5. Method of making organic bonded abrasive articles which comprises preparing a first batch of abrasive grains which are covered with a coating of rubber composition by thoroughly mixing a quantity of loose abrasive grains with a fluid, sulfur-containing rubber composition until the individual grains substantially all become covered with the rubber composition, separately preparing a second batch of abrasive grains which are covered with a coating of reactive phenol-formaldehyde resin composition by thoroughly mixing a quantity of loose abrasive grains with a phenol-formaldehyde resin composition until the individual grains substantially all become covered with the resin composition, then mixing from 10% to by Weight of said first batch with its complement of said second batch until a uniform mixture of the two batches is obtained, charging a mold with said mixture and forming an abrasive article by pressure and heat to compact the mixture, to vulcanize the rubber and to cure the resin.
References Cited in the file of this patent UNITED STATES PATENTS 1,989,243 Nash et al. J an. 29, 1935 2,733,987 Gartrell et a1 Feb. 7, 1956 FOREIGN PATENTS 708,838 Great Britain May 12, 1954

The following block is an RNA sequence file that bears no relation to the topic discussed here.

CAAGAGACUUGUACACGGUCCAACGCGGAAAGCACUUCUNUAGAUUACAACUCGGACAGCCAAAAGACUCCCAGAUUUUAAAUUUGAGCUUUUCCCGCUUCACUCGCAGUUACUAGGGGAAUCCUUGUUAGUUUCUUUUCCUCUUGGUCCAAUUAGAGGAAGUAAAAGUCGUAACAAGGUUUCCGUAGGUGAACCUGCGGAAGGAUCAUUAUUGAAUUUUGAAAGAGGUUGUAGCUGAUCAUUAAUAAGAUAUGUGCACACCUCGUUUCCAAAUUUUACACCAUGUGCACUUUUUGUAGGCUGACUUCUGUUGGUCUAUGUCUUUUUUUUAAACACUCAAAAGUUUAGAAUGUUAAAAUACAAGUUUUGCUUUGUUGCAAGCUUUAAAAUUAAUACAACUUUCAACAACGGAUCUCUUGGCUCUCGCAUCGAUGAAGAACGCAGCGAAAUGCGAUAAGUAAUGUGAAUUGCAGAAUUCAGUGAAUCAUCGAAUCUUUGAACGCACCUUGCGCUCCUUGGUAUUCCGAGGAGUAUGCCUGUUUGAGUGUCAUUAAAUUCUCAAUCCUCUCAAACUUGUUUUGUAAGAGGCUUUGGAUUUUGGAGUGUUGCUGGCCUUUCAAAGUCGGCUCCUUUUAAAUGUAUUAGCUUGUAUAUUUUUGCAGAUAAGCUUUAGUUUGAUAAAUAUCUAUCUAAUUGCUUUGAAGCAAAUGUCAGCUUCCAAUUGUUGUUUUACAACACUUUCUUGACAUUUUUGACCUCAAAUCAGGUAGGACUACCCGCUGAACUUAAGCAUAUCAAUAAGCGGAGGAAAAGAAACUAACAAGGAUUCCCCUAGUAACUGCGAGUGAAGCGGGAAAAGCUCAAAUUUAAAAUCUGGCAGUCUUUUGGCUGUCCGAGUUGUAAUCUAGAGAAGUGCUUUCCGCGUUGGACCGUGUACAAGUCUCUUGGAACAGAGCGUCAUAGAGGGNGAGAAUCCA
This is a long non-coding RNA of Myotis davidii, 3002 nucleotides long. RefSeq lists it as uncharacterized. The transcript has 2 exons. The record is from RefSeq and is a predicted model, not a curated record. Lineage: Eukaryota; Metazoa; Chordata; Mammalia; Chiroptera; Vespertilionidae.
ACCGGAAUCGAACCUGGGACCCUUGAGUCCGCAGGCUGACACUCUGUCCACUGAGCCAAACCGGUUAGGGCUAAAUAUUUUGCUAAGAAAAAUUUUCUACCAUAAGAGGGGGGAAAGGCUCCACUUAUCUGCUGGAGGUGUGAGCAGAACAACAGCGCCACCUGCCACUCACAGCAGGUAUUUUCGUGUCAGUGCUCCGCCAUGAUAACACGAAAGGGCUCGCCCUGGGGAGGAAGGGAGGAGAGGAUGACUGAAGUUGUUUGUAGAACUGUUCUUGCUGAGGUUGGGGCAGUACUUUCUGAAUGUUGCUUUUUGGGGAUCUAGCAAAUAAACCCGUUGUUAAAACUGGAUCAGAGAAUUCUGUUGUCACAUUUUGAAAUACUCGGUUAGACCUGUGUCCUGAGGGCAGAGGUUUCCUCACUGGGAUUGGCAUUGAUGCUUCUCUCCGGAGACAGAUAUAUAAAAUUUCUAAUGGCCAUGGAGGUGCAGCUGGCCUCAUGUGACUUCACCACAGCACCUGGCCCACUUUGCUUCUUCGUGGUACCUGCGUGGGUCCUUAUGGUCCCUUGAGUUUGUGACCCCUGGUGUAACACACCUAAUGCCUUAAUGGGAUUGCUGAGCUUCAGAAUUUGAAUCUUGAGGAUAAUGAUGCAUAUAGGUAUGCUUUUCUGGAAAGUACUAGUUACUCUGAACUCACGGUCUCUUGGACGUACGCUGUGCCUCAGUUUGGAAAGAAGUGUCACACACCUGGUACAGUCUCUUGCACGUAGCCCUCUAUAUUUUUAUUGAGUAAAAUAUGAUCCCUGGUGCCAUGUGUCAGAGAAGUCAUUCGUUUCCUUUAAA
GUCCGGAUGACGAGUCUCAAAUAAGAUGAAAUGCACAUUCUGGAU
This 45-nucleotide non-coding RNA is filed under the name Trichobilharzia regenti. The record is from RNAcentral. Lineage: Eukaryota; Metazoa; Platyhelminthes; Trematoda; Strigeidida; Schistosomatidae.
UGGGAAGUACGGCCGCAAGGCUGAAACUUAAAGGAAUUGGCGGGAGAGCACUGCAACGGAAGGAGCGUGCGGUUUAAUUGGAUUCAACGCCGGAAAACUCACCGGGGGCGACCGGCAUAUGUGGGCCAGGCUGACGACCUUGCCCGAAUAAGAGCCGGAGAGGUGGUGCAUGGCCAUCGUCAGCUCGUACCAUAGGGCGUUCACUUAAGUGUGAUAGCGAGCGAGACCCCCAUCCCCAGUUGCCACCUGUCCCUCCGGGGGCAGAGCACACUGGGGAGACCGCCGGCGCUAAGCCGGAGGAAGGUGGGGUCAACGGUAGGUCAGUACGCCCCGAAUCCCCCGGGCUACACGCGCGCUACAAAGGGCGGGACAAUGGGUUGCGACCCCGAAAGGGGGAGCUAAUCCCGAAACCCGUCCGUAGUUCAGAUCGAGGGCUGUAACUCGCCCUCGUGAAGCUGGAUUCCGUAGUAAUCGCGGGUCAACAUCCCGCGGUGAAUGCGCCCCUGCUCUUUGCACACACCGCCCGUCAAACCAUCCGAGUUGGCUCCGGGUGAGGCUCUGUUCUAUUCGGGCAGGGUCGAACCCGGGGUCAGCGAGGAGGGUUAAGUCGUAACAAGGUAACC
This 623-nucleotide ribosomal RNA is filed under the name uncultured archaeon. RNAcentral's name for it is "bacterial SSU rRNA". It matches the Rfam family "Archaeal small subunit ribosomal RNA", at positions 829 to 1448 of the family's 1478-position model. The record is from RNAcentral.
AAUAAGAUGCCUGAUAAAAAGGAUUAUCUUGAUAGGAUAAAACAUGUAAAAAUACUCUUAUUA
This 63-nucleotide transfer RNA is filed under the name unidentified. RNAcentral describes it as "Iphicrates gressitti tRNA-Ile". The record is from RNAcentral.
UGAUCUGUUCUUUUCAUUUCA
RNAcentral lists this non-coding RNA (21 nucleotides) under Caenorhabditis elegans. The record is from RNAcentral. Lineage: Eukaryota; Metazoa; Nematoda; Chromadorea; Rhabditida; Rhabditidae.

|Cited Patent||Filing date||Publication date||Applicant||Title|
|US1989243 *||Apr 17, 1930||Jan 29, 1935||Bakelite Corp||Cold molding composition and its manufacture|
|US2733987 *||Feb 26, 1953||Feb 7, 1956||Abrasive articles and method of|
|GB708838A *||Title not available|
|Citing Patent||Filing date||Publication date||Applicant||Title|
|US3111401 *||Dec 5, 1960||Nov 19, 1963||Carborundum Co||Abrasive articles|
|US4350498 *||Dec 24, 1980||Sep 21, 1982||Norton Company||Dampening agent for resin bonded grinding wheels|
|US4960532 *||Oct 26, 1988||Oct 2, 1990||Carbochem Inc.||Dust suppressant forming a resilient layer|
|US8944893||Aug 30, 2012||Feb 3, 2015||Saint-Gobain Abrasives, Inc.||Dressable bonded abrasive article|
|DE1652917A1 *||Jan 26, 1968||Apr 29, 1971||Du Pont||Schleifkoerper|
|EP0102571A2 *||Aug 18, 1983||Mar 14, 1984||Norton Company||Cold-pressed grinding wheel|
|U.S. Classification||51/298, 51/299|
|International Classification||C09K3/14, C08J5/14|